Why questions?

It’s because questions elicit a response.

If when employees ask you “why”, for instance, if your reply is along the lines of “because I said so”, then that’s a missed teaching opportunity. No one will learn anything as a result, except that you don’t like dialogue and don’t really care what others think.

But if you reply with the right questions, then you encourage them to think and to reason, and to consider. And all of those things and more are teaching opportunities.

 

The ability to reason, to follow an argument, and to respond intelligently can and should be taught to your employees. This is something of a lost art, and we’re all the poorer for it. Arguments these days aren’t won through debate or discourse, but instead by wielding the biggest club or shouting the loudest. People who cave into that kind of pressure themselves seldom make good decisions. That’s because the herd mentality either doesn’t possess the facts or doesn’t want to be confused by them.

 

Why is it important for employees to learn to think and to reason? It’s not just so that they can make better decisions. It’s also so that they can learn how to defend their corner.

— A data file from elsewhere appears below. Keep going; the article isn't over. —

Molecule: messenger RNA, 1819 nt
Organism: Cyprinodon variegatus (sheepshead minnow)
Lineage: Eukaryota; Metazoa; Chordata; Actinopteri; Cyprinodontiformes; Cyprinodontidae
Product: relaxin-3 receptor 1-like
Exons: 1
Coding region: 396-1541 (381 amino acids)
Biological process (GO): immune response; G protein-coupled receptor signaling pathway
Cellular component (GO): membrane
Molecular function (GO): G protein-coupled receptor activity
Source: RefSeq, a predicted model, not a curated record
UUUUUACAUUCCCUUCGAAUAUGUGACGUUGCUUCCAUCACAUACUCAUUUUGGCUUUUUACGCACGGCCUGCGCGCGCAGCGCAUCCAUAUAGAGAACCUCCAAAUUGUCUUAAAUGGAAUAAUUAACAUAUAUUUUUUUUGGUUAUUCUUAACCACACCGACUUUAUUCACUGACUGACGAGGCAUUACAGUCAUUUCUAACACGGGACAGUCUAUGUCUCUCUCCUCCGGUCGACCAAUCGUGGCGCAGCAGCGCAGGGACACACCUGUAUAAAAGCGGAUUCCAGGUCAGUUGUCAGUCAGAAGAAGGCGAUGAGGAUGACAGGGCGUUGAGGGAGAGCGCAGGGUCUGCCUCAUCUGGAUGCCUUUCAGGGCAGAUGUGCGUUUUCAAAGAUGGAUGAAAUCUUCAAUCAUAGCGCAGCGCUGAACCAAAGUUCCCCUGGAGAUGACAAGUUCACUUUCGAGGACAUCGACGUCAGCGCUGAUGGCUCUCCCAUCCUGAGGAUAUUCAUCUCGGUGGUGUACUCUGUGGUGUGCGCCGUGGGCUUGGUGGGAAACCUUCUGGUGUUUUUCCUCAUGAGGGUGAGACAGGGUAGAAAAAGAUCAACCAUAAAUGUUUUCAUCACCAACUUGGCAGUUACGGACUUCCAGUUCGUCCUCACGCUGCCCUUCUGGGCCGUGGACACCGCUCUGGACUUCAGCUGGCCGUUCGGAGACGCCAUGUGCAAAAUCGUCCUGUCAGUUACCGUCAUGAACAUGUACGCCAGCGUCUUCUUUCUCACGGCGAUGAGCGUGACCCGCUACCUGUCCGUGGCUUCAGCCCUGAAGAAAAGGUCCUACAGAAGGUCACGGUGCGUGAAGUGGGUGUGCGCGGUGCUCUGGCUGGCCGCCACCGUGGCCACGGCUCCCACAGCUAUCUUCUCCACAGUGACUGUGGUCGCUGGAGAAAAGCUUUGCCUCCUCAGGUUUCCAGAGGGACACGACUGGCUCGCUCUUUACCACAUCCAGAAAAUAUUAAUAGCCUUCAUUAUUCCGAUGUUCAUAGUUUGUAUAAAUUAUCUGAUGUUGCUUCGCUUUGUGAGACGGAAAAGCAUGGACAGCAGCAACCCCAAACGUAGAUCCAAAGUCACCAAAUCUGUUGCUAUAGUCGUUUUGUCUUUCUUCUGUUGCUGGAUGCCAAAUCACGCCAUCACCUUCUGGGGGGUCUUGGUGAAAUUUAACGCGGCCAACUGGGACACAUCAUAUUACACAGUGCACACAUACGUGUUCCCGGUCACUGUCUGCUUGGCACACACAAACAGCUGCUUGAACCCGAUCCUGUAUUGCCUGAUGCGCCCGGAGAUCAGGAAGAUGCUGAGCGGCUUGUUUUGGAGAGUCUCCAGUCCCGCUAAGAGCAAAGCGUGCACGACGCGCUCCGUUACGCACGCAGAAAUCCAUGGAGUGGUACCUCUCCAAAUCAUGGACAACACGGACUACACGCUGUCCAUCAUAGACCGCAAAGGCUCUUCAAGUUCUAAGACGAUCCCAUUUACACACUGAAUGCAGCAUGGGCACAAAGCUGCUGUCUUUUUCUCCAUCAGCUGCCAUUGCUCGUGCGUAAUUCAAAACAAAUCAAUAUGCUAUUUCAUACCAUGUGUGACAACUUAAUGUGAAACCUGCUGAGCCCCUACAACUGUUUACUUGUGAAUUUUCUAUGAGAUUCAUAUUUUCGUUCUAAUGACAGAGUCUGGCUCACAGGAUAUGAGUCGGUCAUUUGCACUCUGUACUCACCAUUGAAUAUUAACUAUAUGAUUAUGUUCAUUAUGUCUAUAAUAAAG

There will always be those who will attempt to dismiss the ides of others, or even to shout them down because they have no cohesive retort; but the person who can clearly articulate their position and defend it, even in the face of aggressive criticism, won’t just win the day, but will earn the admiration and respect of others.

Leaders are made this way.

Good questions also force people to think quickly and to expect the unexpected - skills that all leaders and managers need. And good questions also compel people to learn to listen: Another lost art. The ability to follow a line of reasoning, instead of simply waiting for the other person to breathe so that you can inject your tuppence worth, enables you to contribute something of greater value. It makes you worth listening to.

Teaching others with questions also helps them to ask better ones of themselves and others. The person who asks the questions controls the conversation. That’s because, in most cases, the other person feels obligated to respond. Few people have honed the skill to ask questions when they’re asked on themselves.